Can Owning a Car Actually Save You Money?

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When you think of car ownership, it’s easy to see it as a one-way street when it comes to finances.

Overwhelmingly, people will assume that owning a car will cost you money. To an extent, there’s a good reason for that. After all, car ownership means that you become liable for outgoings that include:


  • Paying for gas. Gas is currently running at around a seven-year low, with only six states charging above the national average of $2 a gallon. Nevertheless, it’s an expense – and an expense that can dramatically rise with one bad day on the financial markets.
  • Insurance. If you’re on the road, you should be paying insurance.
  • Maintenance. Cars don’t run themselves, meaning you’re going to have to find the funds for the occasional tune-up and services.
  • Emissions testing. And so the list goes on and on…


So looking at all of the above just for the sake of transport, it’s difficult to imagine being able to frame car ownership as anything but an expense. Perhaps even crossing the boundaries into being an expensive luxury, rather than a necessity.


However… it isn’t necessarily the case. While the ongoing expenses of car ownership are real, there are a few things that owning a car can do that can save you money. Sound tempting?


Of course it does – but you might have a few concerns to bust first. If you’re concerned about the upfront cost of the car, then it might be time to learn more about your borrowing options or consider secondhand vehicles. While there is this initial outlay to consider, if you’re smart about how you use your vehicle to cut other costs, you could easily earn the initial purchase back. On what areas? Let’s explore…


You Save Money On: TRANSPORT



If someone wants to save money, the first thing that will likely crop up in any advice guide is that they should take the bus or walk more often. That’s all well and good, but… buses are expensive too. Especially if you use them for a regular journey, such as a commute.


That’s not to mention that in some remote parts of the country, bus service is so poor it might as well not exist.


As for walking: sure, it’s a good idea to walk. It’s good for your health. But anyone suggesting you walk 25 miles to work every day is, simply, not being realistic.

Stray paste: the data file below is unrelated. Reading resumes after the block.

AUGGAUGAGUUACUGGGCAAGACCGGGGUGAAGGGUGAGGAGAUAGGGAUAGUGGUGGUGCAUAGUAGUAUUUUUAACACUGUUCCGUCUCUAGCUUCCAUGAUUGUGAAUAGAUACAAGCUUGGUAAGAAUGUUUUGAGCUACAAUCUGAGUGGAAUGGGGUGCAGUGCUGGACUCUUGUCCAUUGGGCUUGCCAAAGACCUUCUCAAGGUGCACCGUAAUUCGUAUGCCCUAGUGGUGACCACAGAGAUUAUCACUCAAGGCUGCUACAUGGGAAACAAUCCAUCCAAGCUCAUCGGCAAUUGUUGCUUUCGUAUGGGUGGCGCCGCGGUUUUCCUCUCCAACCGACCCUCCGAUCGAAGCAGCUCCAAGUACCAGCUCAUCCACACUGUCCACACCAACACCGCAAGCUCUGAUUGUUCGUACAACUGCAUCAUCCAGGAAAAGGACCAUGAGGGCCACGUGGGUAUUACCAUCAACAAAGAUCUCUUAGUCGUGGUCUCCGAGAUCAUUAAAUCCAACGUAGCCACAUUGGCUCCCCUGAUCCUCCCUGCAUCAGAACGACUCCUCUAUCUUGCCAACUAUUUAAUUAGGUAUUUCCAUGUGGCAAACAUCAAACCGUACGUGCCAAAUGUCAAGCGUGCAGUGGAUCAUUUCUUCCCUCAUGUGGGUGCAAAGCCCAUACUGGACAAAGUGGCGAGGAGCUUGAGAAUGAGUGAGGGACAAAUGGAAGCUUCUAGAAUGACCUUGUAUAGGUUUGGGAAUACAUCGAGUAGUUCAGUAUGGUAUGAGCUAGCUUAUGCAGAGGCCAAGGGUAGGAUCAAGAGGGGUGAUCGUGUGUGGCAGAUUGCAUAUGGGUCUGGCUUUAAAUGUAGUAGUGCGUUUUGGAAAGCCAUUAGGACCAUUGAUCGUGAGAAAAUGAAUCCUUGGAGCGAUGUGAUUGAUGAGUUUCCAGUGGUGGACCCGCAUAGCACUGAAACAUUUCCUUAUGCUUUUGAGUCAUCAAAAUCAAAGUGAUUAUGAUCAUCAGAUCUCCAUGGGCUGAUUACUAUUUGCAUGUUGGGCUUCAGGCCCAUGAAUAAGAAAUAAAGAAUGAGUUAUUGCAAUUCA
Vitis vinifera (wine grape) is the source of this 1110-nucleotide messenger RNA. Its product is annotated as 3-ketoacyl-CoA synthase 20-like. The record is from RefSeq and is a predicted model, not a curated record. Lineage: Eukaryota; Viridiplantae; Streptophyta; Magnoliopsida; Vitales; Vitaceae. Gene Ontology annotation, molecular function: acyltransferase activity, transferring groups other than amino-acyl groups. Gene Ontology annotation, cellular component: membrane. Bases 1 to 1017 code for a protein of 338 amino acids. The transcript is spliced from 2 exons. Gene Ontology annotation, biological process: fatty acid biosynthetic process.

With a car, you won’t have to pay for bus fares. You won’t have to pay for train fares. And you definitely won’t have to pay extortionate taxi or Uber fares on the occasions that those other methods of transport let you down.


You Save Money On: GROCERIES



The major benefit of owning a car is that you can buy in bulk. It’s very difficult to extreme coupon, for example, if you have to try and drag all of your bottom-dollar purchases onto a bus. It’s a feasible way of feeding your family if you can just load everything into the back of the car.


You also now have a wider range of places to shop from, rather than being restricted to online delivery catchment areas and where you can get a bus to. That means you could even cross state lines in preference for lower sales tax, for example.


In general, car ownership opens up the world to you. This can allow you to shop around in a way you never have before, never worrying about having to catch the next bus home or how you can load your purchases onto the train. You can shop at outlets for everything from clothes through to shampoo – and you never need to make a wasted trip. You can consult prices online, look for discount stores, and then travel specifically to them when you know they have something you want.





Note the loss of the word ‘money’ – because sometimes, the savings aren’t just about what you save in monetary value.

Sometimes, bad things happen in life. You might need to rush to the side of a sick relative, or you’re at work and get a phone call saying your child is unwell and you need to pick them up. Having to organize transport when you are stressed and upset is just going to make things even worse. It also might cost you money financially, as you jump into the nearest taxi and don’t care about the cost in the moment – but it will still bite you when it comes to balancing your budget.

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